I’m a hardy traveler, but the first step of The Big Adventure ™ took the wind right out of my sails. At 8 AM in Washington DC, it was 80F and I don’t know what humidity. By the time I had walked the eight blocks to the Metro, my clothes were soaked and I was running sweat. 24 hours later, I didn’t have my wind back.
But enough about me. Let me tell you about my trip.
A pleasant two-hour ride on air-conditioned AMTRAK convinced me to blow off touristing in Philadelphia, where the weather was just as foul as DC. I went straight from 30th Street Station to the Philadelphia Airport, and settled down to write. Finding lunch was a chore, as the Philadelphia airport authority seems to have sought out the least appetizing fast food available on the East Coast. My burger choice was a mistake, as later, even the smell of dinner on the plane nauseated me, and I finally was sick this morning, just before landing in Dublin.
As usual, this was the 9 PM flight, and because it’s July 2, the sun had just set. By the time the plane was cruising over Long Island Sound, I’d spotted several large municipal fireworks displays, matched flash for bang by a line of thunderstorms running from the Hudson along the Sound and then up the seaward side of the mountains through Maine to Nova Scotia and Newfoundland. The best show was in Maine, with ground strikes visible from the plane, inter-cloud lightning that ran for miles and what was surely vintage Mickey Hart thunder. In between the thunderheads, I could look into the West and see Mars gazing down on the festivities.
I dozed off after we passed the thunderstorms, and looked out the window when I awoke. There was the Dipper, hanging in the sky. Seems like every time I fly the red-eye, I see something noteworthy – comets, a star show, thunderstorms, something. If you are flying in August, look for the comet that exploded the other day!
This time, because we’re so close to the Solstice, I could see the pearly glow on the horizon from the Midnight Sun in the Arctic. Also, sunrise came very, very early. Sometime around 2 AM, Eastern, the glow became a liminal force, increasing from a presence in the night with symphonic force, intensifying, but not getting any bigger at first. The leading edge of the plane’s wings glowed with the silver fire.
Another doze and this time I awoke to the most splendid sunrise I have ever seen.
To date, the most memorable sunrises were in the desert. One was at the North Rim of the Grand Canyon where that silver glow just swelled and swelled until it overflowed the celestial bowl and poured over the Earth and the forest, singing and humming and chirping and barking in a glorious cacophony. The other was in Nevada City, Nevada. I slept out on a tongue of land with the sunrise on one side and a bluff above me on the other. It was wintertime, and so sunrise was pure light. No birdsong, the coyotes and dogs were quiet, and the little scurrying things were still puffy-eyed with sleep. The sun got up on my left and splattered rays all over the bluff on my right, and I lay there staring and thinking “The sun came up on both sides”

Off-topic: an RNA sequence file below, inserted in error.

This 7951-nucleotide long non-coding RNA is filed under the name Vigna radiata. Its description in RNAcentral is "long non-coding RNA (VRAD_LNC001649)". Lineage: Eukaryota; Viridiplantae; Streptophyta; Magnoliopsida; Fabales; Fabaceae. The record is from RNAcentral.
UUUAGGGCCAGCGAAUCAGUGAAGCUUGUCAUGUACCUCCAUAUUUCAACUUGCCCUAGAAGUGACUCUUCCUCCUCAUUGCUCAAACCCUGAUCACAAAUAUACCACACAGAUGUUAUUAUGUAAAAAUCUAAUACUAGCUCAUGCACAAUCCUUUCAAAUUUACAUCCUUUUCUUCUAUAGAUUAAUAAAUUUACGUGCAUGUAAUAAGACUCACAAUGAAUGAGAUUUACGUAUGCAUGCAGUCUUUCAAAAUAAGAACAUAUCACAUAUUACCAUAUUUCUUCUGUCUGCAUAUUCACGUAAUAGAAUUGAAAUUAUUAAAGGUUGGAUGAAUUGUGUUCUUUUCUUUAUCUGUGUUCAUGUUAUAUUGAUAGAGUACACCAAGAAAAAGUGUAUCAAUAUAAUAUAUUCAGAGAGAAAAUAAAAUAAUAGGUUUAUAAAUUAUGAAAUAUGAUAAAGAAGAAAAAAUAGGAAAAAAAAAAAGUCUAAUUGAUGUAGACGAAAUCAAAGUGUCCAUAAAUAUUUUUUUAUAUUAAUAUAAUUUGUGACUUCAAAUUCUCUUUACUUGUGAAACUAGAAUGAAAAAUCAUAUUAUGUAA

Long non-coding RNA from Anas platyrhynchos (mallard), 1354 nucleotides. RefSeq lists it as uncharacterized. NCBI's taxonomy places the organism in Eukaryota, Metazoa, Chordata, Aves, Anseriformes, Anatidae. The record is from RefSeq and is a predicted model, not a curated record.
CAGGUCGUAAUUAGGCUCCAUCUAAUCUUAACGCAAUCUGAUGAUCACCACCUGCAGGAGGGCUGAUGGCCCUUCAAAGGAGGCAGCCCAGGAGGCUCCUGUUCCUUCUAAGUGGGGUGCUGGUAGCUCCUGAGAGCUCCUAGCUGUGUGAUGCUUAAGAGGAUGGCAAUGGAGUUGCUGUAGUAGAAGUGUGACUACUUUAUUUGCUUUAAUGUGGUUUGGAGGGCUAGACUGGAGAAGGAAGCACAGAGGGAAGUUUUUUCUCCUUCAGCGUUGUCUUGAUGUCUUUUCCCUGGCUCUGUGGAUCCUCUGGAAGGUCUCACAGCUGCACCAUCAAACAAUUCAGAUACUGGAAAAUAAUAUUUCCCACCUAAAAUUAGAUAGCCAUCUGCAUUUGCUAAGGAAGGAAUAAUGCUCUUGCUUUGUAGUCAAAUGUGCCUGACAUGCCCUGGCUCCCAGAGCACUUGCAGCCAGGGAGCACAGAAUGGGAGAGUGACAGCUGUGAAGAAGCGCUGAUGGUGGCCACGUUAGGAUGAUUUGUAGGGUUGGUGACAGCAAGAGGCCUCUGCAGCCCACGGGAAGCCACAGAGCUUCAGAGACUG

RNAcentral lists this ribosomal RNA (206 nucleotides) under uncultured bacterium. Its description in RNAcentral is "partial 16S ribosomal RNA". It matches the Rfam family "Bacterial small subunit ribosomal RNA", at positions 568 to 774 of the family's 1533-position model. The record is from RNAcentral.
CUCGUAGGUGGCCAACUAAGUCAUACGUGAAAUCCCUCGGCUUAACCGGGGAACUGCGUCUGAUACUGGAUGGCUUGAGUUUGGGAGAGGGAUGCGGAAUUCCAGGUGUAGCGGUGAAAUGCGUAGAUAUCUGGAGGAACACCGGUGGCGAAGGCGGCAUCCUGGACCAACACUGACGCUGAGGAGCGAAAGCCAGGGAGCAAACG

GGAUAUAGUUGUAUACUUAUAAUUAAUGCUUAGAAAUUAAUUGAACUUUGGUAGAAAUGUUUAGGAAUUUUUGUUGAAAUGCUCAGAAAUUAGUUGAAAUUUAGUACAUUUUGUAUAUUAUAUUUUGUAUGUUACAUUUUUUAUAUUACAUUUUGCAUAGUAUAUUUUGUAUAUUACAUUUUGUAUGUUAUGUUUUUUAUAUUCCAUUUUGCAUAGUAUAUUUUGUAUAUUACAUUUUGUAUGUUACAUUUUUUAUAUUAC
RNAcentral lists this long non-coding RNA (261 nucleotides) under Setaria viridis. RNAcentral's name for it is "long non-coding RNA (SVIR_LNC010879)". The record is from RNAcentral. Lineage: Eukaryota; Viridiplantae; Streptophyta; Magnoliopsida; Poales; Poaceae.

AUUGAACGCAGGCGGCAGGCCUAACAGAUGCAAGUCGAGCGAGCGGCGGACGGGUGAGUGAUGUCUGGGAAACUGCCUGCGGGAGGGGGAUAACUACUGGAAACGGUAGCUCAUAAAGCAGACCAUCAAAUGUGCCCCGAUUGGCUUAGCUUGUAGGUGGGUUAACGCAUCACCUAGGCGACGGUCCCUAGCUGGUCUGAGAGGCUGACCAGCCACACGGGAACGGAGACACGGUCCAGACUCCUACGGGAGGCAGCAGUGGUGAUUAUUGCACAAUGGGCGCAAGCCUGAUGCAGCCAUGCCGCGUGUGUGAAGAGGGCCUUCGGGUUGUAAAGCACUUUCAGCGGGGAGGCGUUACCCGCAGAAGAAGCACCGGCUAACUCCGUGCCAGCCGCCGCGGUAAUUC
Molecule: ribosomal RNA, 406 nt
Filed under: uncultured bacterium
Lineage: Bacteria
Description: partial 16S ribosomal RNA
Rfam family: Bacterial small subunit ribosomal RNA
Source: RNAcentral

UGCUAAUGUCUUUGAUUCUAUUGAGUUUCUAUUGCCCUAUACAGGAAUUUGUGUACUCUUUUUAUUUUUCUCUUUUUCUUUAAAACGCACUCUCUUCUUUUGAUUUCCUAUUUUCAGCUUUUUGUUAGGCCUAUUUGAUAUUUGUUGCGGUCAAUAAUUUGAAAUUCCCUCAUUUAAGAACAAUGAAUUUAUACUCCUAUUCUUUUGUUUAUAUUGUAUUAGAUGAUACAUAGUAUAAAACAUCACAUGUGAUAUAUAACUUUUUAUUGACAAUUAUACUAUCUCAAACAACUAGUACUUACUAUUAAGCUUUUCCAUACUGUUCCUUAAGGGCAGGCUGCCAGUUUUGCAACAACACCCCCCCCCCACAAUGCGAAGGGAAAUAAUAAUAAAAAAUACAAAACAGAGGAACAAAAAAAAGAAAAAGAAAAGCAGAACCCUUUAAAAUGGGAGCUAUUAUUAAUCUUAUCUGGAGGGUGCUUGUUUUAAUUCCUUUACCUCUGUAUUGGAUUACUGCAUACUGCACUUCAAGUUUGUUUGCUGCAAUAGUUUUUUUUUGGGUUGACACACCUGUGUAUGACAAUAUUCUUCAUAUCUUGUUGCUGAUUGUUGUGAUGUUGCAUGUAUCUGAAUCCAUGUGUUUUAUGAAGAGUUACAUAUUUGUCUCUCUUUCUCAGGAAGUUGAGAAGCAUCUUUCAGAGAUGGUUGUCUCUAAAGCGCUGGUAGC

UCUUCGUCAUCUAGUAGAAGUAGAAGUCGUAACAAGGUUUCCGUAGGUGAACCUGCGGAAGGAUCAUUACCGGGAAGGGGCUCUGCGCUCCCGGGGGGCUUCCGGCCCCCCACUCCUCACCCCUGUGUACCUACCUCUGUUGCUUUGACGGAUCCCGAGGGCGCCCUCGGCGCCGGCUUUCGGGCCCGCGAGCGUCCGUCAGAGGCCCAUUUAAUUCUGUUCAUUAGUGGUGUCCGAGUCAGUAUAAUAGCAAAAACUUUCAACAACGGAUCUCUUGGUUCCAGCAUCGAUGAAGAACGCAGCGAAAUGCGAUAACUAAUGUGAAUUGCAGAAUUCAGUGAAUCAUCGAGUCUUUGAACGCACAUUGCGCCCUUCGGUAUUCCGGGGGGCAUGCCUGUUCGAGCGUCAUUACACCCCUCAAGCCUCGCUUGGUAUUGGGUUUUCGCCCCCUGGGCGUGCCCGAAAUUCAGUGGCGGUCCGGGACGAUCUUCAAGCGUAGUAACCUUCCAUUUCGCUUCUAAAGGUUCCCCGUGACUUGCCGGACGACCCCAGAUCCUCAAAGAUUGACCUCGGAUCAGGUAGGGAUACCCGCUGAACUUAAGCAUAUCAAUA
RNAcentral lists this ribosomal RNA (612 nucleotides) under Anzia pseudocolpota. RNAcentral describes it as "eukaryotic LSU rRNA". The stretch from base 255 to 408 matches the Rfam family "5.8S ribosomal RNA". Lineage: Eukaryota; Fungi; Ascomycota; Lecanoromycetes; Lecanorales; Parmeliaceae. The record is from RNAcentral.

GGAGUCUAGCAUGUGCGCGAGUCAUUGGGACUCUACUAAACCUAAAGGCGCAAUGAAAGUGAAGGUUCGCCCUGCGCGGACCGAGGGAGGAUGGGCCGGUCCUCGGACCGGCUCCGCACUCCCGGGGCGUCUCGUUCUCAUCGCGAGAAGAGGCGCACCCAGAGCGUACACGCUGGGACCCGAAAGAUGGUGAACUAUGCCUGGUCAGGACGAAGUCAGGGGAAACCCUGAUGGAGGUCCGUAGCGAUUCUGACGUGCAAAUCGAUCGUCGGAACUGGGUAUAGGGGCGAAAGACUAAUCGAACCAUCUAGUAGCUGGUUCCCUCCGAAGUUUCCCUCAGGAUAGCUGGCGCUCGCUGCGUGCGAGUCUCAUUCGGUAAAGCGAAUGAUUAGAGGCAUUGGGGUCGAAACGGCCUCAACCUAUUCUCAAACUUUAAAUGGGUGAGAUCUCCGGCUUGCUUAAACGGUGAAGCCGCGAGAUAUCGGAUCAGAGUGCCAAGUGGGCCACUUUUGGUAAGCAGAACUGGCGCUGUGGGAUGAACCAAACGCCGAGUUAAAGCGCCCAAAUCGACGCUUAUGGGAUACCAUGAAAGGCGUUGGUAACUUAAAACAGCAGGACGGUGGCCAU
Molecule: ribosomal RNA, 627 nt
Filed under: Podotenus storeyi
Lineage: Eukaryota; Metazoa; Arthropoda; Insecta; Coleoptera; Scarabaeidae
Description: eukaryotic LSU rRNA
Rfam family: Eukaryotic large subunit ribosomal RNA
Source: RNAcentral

50,000 feet is a desert, I suppose, at -67F. But the action was down below the clouds. Surely the people on morning watch in ships below saw the cloud base spring to fiery life and spread from horizon to horizon. I saw it start as a stain through the thinner clouds, a dark magenta smear that splotched the clouds, then spread 180° and move to meet itself. I thought it would fade quickly, as it does when watched from Earth, but the entire thing lasted over an hour – until the sun came above the horizon for one last blast of glory. The show spread from the cloud tops into the air itself, fading from bloody orange to lemony yellow and finally a transparent smear of chartreuse where the effect met the daylight sky.
Here’s where the trip got long. “Sun’s up! We’re here!” kicked in and I was shocked to discover we were still mid-Atlantic. Dozed, still mid-ocean. Another nap, and the marker on the map hadn’t budged. My seat mate woke up and was just as surprised that when we looked to the North, that was Greenland glinting at us in the dawn’s early light!
There was still three long hours to go. I passed the time being sick. Breakfast was cold and horrid, and in the end I threw up the raspberry yogurt. Since I feel better now, that seems to have fixed things.
With no further fanfare, just the drone of the jet engines and the wind, the flight ground on towards its end. We spotted land, and grinned like a couple silly girls. The pilot came on to announce our approach into Dublin airspace by saying that we were in a holding pattern for the next 20 minutes as Dublin Tower changed traffic from landing Westward to landing Eastward.